To help keep your solar system’s maintenance costs low, the one key thing you should do is monitoring. Even if you think your solar panels are dusty and is impacting performance, the monitoring software might say otherwise. Before you spend your time and money on something as simple as cleaning, check it’s performance first. In fact, check out this article on whether you should clean your solar panels.

Maintenance is essential for a solar system to remain in top condition, but with monitoring you can keep your costs low. Now let's look at what to expect from a solar system and how it can benefit you.

a man cleaning rooftop solar panels

Here’s what you can expect

When it comes to solar systems, understanding what kind of output and efficiency ratings you should expect is key. The average output rating for a solar system in Australia is currently 8.8kW² and this number is going up.

chart showing increase in solar system size over the years

Finally, understanding your own electricity consumption habits can help you get the most out of your solar system. By keeping tabs on how much energy you're using on a daily basis, you can make sure to use it at the perfect time. This way, you'll be taking advantage of the best climate conditions and sunlight hours to save big in the long run.

Think of it like a treasure hunt for savings! And the best part, you don't have to do it alone. With Solar Analytics monitoring software, you'll have a trusty sidekick to guide you on your savings journey. 

When buying a house with a solar system, it's important to understand the average output and efficiency ratings of your system, as well as factors that can affect them. Now let's take a look at warranty and insurance coverage for solar systems.


What’s the warranty on one of those?

solar panels on slanted rooftop

When it comes to buying a solar system, warranties and insurance are like a security blanket for your investment.

Most solar systems come with a manufacturer's warranty that covers defects in materials or workmanship for a certain period of time (usually 25 years). This type of warranty usually only applies to the actual panels themselves and not other components such as solar inverters which typically have a 5 or 10 year warranty. 

FAQs on buying a house with a solar system

Is it worth buying a house with solar system?

Yes, it is worth buying a house with solar system. In fact, research from RealEstate.com shows that houses with a rooftop solar sell for $5-10k more than similar houses without solar. This is because  rooftop solar provides significant savings on electricity bills over time and are an environmentally friendly way to power your home. With advanced monitoring software, you can track your solar production and consumption in real-time to maximise efficiency and cost savings. 

 Can I expand the solar system?

multiple panels on rooftop

Absolutely….in most cases. However there are some important factors to consider. Firstly, for most people the right size solar system is as much a you can squeeze onto the roof - this is because the more solar you have, the lower your energy bill, and the more energy freedom. However, there are some caveats so read this first: What size solar system should I get?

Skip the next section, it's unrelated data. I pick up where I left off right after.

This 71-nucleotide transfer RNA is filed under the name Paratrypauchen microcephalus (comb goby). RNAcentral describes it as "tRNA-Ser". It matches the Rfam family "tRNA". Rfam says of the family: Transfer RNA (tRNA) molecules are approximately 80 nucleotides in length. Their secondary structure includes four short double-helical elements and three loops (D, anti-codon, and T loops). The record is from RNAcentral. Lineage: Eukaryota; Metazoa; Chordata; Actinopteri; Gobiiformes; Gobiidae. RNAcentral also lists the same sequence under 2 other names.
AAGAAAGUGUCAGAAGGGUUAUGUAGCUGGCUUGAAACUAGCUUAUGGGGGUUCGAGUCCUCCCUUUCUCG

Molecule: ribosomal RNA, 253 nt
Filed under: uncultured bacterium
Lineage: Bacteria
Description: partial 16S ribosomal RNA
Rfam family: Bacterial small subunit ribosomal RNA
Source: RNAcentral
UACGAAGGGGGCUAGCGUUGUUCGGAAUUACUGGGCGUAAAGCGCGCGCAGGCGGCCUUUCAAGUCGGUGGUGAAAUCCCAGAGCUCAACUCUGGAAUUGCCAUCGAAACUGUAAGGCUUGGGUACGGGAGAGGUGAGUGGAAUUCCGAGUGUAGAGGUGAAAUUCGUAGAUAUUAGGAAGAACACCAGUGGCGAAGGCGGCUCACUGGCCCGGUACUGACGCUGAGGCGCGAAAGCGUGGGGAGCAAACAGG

Most houses that already have solar can add more solar and get great financial returns from the extra solar. Ideally, you’ll want a large roof with lots of space that faces North. However, even if you can only install the panels facing south, it’s still a worthwhile investment. See our article on solar panels orientation for more details. You should also assess how much energy you use so you can calculate how many panels you need for optimal savings. With these factors in mind, you can make an informed decision about whether or not investing in more solar is right for you.

Another consideration is whether to expand the existing system, replace it with a larger one, or add a second system. This will vary depending on the age of the existing solar system, available roof space, and your energy usage (are you thinking of buying an Electric Vehicle?).

What happens when it comes to selling?

Let’s put it this way, having a house with a solar system is like having a secret weapon in your real estate arsenal. Potential buyers will love the idea of reducing their energy costs in the long run and solar systems are quickly becoming a must-have amenity. Plus, it can also boost your property's value when it's time to put it on the market. Think of it like adding a cherry on top of a sundae, it's the extra sweet touch that makes all the difference.

solar panel as cherry on top of sundae


When shopping for your new solar-powered abode, it's important to consider the size, age and quality of the solar system to decide how much value it adds to the home.  

Don't worry, we know it sounds like a lot to think about. But with all the information in hand, you'll be able to make a confident decision on whether a solar-powered home is the right fit for you. And the best part? You'll be well on your way to energy freedom. How exciting is that? If you’re ready for energy freedom and are looking to install a solar system for your current house or expand your current solar system, check out SolarQuotes and make sure to include Solar Analytics!

Key takeaways

  1. Understand the key points such as size and age of the solar system and how it will help with your electricity consumption.
  2. Set aside budget if you’re buying a house with an older solar system for maintenance. 
  3. Sign-up for Solar Analytics’ 30-days free trial to ensure you’re always on top of your new solar system.